Sunday, October 5, 2008

Portrait #53: The Kitchen Counter

Something I'm encountering a lot here, which in fact seems to be a component of almost every single centre, association or project focusing on Jordanian women, is kitchens. They're called matbakh intaji, which would directly translate as a 'productive kitchen'. A matbakh intaji is essentially a small business venture that serves multiple purposes: on-the-job training, education in a household skill, business experience, and a safe place for women to work without coming into contact with men. That last element is especially precious. A guaranteed women-only environment means that many women who would otherwise be unable to work can now join productive society.

I spent two afternoons last week in one such kitchen. Unfortunately, this was during the last week of Ramadan, so tasting the produce of the productive kitchen was out of the question. But it looked and smelled gorgeous.

This kitchen had a staff of about ten. Six girls or so were the core employees, present the entire time, while others came and went as their duties required. They all wore a uniform of headscarves, jeans and ratty t-shirts.

This particular productive kitchen has a regular order from a hotel for a given number of pastries: kibbes (meat balls pastries), sbanekh (spinach pastries), and I'm not sure what else. So during much of the day, women sit or stand around a huge marble counter in the middle of the room, rolling out dough, stuffing pastry pockets, and shaping bite-sized this or that. It's rather repetitive work.

But consider the following: we all know the best conversation happens in the kitchen + women love to talk + half a dozen women are working together for hours each day on somewhat brain-numbing work = lots and lots of good conversation happening around that kitchen counter...

We got to hear the life story of several employees of the kitchen. The one thing they all had in common is the reasons they work in this specific kitchen: (a) it is close to their house and (b) it is a women's only environment. They loved receiving us as guests, and were happy to tell us their stories. Once we got past the basic facts of life - age, studies, siblings, etc. - we started talking philosophy. They gave us a thorough summary of the problems facing women in Jordan, and plenty examples of each problem. They told us of their life dreams, and two girls even admitted to being secret writers. But they refused to show me their journals.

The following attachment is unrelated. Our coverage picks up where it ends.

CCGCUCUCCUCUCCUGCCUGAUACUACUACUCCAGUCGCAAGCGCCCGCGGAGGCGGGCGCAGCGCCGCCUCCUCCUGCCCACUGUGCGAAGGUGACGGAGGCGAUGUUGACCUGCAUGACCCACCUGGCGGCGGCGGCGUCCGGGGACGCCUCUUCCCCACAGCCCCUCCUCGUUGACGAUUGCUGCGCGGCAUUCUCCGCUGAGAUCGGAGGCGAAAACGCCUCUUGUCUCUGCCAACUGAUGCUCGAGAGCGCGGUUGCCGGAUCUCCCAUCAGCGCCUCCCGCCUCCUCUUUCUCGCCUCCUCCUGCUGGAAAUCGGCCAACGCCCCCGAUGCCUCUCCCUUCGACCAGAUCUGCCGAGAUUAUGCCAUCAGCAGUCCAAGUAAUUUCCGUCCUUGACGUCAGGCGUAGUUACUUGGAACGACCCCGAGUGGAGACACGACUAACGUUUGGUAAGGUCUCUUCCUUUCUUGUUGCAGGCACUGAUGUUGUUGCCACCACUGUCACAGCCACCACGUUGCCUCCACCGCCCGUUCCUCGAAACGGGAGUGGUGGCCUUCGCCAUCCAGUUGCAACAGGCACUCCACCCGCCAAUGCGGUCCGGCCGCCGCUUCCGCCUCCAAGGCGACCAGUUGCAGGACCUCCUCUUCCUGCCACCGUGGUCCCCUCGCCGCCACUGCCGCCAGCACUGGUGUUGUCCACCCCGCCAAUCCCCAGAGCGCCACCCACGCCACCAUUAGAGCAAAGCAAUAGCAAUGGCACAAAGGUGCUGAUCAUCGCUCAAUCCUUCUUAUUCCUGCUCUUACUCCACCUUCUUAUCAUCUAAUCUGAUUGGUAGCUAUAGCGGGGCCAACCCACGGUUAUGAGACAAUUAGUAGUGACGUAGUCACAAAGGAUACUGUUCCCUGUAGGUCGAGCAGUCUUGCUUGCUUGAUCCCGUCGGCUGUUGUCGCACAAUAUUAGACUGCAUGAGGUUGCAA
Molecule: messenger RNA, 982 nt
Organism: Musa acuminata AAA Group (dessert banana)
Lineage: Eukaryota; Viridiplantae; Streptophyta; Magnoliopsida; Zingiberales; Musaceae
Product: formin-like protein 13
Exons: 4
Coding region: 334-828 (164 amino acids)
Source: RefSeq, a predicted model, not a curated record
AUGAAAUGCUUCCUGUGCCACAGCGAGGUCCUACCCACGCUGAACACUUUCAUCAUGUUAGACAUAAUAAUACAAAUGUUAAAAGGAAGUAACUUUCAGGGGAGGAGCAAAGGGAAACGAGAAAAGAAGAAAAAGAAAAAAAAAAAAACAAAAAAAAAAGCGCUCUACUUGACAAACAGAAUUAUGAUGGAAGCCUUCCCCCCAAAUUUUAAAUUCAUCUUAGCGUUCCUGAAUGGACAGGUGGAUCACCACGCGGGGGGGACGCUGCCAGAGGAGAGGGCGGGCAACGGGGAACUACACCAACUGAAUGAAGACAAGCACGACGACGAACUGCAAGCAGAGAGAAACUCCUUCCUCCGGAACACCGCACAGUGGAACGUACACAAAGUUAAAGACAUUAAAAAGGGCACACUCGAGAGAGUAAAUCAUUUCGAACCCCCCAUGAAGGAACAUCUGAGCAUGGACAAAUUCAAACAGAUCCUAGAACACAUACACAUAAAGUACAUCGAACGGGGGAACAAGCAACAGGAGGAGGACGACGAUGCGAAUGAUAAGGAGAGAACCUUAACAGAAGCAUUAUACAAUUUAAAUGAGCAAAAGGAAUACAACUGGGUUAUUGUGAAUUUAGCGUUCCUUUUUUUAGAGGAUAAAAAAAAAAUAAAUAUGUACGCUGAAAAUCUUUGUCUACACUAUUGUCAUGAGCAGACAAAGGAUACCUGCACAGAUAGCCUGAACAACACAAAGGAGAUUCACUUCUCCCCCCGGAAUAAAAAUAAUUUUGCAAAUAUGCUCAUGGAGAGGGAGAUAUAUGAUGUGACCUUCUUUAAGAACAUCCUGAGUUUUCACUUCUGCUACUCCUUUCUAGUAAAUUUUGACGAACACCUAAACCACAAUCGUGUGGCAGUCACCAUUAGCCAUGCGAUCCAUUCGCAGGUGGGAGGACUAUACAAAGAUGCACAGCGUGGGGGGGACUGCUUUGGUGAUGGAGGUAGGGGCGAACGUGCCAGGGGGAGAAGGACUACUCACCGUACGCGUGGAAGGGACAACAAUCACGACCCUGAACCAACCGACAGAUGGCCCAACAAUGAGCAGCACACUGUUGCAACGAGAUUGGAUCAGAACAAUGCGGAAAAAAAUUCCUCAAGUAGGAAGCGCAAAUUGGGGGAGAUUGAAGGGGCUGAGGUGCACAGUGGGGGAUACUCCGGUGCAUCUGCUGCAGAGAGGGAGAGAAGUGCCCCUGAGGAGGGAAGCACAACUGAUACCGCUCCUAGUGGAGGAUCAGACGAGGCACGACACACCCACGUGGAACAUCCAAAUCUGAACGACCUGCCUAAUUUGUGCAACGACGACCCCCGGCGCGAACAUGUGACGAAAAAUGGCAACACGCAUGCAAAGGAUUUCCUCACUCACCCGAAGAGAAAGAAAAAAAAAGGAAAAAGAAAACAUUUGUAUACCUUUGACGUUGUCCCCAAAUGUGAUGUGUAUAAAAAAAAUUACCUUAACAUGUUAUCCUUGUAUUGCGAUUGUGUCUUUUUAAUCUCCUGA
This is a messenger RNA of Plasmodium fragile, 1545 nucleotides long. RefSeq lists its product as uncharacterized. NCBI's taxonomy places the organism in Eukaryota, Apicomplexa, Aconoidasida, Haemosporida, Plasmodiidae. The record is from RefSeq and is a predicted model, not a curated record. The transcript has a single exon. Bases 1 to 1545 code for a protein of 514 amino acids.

One of the directors of the kitchen is fluent in English, and she has promised to start giving them English lessons after Ramadan. So they will produce with their hands and absorb with their heads. And they begged us to come visit again after Ramadan so that they can feed us.

Then one of the girls, a young energetic lady who jokes about everything and is a natural leader, started telling us her tragic love story. She told of a man who had fallen in love with her years ago when he saw her walking to school. For four years he tried to approach her, and for four years she stayed away like a good girl should. Eventually, though, he won her over and finally he went to her family to ask for her hand in marriage, when--

An older woman dressed in black, with the air of someone who is used to being obeyed and respected, walked into the kitchen. The best conversation happens around the kitchen counter, but not anyone can sit around the kitchen counter. By entering the room, this woman, who is a teacher and a neighbour, squashed in a second the stories and the jokes.

Oh, the kitchen, where the girls, the uneducated, the poor are the elites. While the educated, older women, and the men, become little more than a nuisance.

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